This last Thursday I had the pleasure of being toured around several art exhibition openings by the artist Shila Khatami, who I am interning for as a part of Bard College Berlin’s Internship Seminar. After a long bike ride through the suburban haze of Pankow, I finally reached Kreuzberg. I met with Shila at a café across from her studio on Oranienstr. We had a coffee before entering into her studio, located behind a Turkish mosque and two clubs.
The first show we went to was Achim Riethmann’s opening at the Gallerie Russi on Luckauer Str. The small gallery was filled with both young gallery-goers and older, seasoned patrons. Most people were congregated on the street in front of the gallery.
Riethmann showed his large watercolor paintings, which are so precise they feel more like drawings than paintings. One must get close to the works to see the watery brushstrokes that make up the composition. His work centers around figures. Most of the canvas is left blank, with only parts of the figures painted in. Large sections of the bodies are only implied. In many paintings, the clothing and accessories are present, while the flesh and faces are left white. The figures are active: In some scenes they throw objects. In others they seem to have masks on. I felt that they were rioting and that the art hinted at a political message.
The next stop on our jaunt were two galleries near Checkpoint Charlie. The first was the Johannes Wald opening at the Daniel Marzona gallery. The space was much larger than the Gallerie Russi. It had a different vibe because of its largeness and the fact that the sun had set and it was night time. The Marzona gallery felt like a Chelsea gallery opening in New York City. There was a large open room with white light spilling onto the nighttime street, filled with the very rich older crowd and the hip younger generation of gallery patrons who have become so recognizable.
Wald’s work is mostly sculpture. The pieces that stuck out to me were mashes of cement forms with ropes around them. The form of the sculptures reminded me a bit of John Chamberlain’s work, but the materials used to create the form are different. Chamberlain uses car parts while Wald uses raw, cement-like material. What most intrigued me about Wald’s work is the painterly quality of the cement, which has a fluid and flowing feeling. The hardened cement maintains impressions of its liquid form, which look like brush strokes. This gives the appearance of a painted stone.
Across the street from the Marzona Gallery is the Meyer Riegger gallery, which was also having an opening that night. The front room exhibited the work of the artist Bjorn Braun. Braun’s work comprised large video projections that showed a surface so close-up that you could not tell what it actually was. Though the images were so close, they were crystal clear. They were solid in color, with differently colored holes that almost looked like chewed up pieces of gum stuck onto a wall — though I’m sure they were not (see image above). At certain points in the video, bugs appeared. The bugs were the only movement. They were the only reason these projections were videos and not photos. The bugs moved slowly and smoothly. They did not cause any chaos as bugs often do. I do not usually like video art, but I really liked this work. The way they were so large, rectangular, undefined, and colorful made me feel like I was looking at abstract expressionist paintings. The subject was made abstract by the close perspective on the objects. Three of the four projections were in color, while the fourth was black and white. I thought this was a great choice. The addition of a colorless projection is what sparked my thought of abstract expressionism: The lack of color reminds us that color is an artistic choice. Braun is not simply documenting what appears before the camera, but controlling it.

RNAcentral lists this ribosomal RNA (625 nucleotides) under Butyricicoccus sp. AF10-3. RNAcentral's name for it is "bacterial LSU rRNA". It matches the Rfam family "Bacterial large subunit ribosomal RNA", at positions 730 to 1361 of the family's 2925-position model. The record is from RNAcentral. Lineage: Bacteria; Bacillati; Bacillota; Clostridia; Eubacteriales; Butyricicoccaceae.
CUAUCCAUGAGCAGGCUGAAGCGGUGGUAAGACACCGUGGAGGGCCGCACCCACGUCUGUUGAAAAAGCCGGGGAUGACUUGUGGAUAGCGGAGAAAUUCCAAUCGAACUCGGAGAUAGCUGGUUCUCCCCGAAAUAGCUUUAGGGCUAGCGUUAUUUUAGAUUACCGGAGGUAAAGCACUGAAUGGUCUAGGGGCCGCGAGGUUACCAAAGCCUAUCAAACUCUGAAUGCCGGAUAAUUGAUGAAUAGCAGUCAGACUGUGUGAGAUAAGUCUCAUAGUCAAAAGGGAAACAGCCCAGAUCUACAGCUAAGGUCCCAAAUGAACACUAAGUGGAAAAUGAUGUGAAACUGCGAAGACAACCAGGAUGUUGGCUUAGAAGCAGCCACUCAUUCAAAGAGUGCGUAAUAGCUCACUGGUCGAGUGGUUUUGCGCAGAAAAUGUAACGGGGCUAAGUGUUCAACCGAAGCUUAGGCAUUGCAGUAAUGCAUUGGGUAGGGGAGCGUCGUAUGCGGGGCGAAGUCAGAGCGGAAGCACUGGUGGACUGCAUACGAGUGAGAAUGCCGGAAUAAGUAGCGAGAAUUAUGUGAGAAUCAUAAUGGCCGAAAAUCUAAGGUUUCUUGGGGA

The other artist being shown at the Riegger gallery was John Miller, whose paintings span from the 1980s to the present. Unfortunately, I missed his work, but what I saw online looked excellent. I plan to return.
I was pleasantly surprised by the quality of the work I saw that day. I have gotten used to plenty of contemporary art in New York that is not for me, and I was expecting the same in Berlin. The work I saw that day in Berlin was visually compelling. I would encourage anyone to check out these galleries. They encouraged me to continue exploring Berlin’s art scene. In addition to the art being shown, the event of the openings had a vibrancy. These art gallery openings should be on the radar for weekend nightlife because the events are more than a silent viewing of art. This vibrancy concluded perfectly with a social scene at the end of the Riegger gallery.
The reason I missed Miller in the second part of Riegger was the beckoning backyard. It was getting late in the night and gallery-goers had been loosened up. The backyard adopted a party vibe as many younger people gathered. It started to feel like a fashion show. The gallery had a grill going and served Merguez sausages in Döner wraps. I sat down with a man who told me real Merguez is raw but that it is illegal here in Germany. If you go to France, they have the real thing. I was brought back to a Moroccan-French restaurant in my neighborhood back home — Manhattan’s East Village. They serve Merguez and Cous-Cous there, though I usually go for breakfast.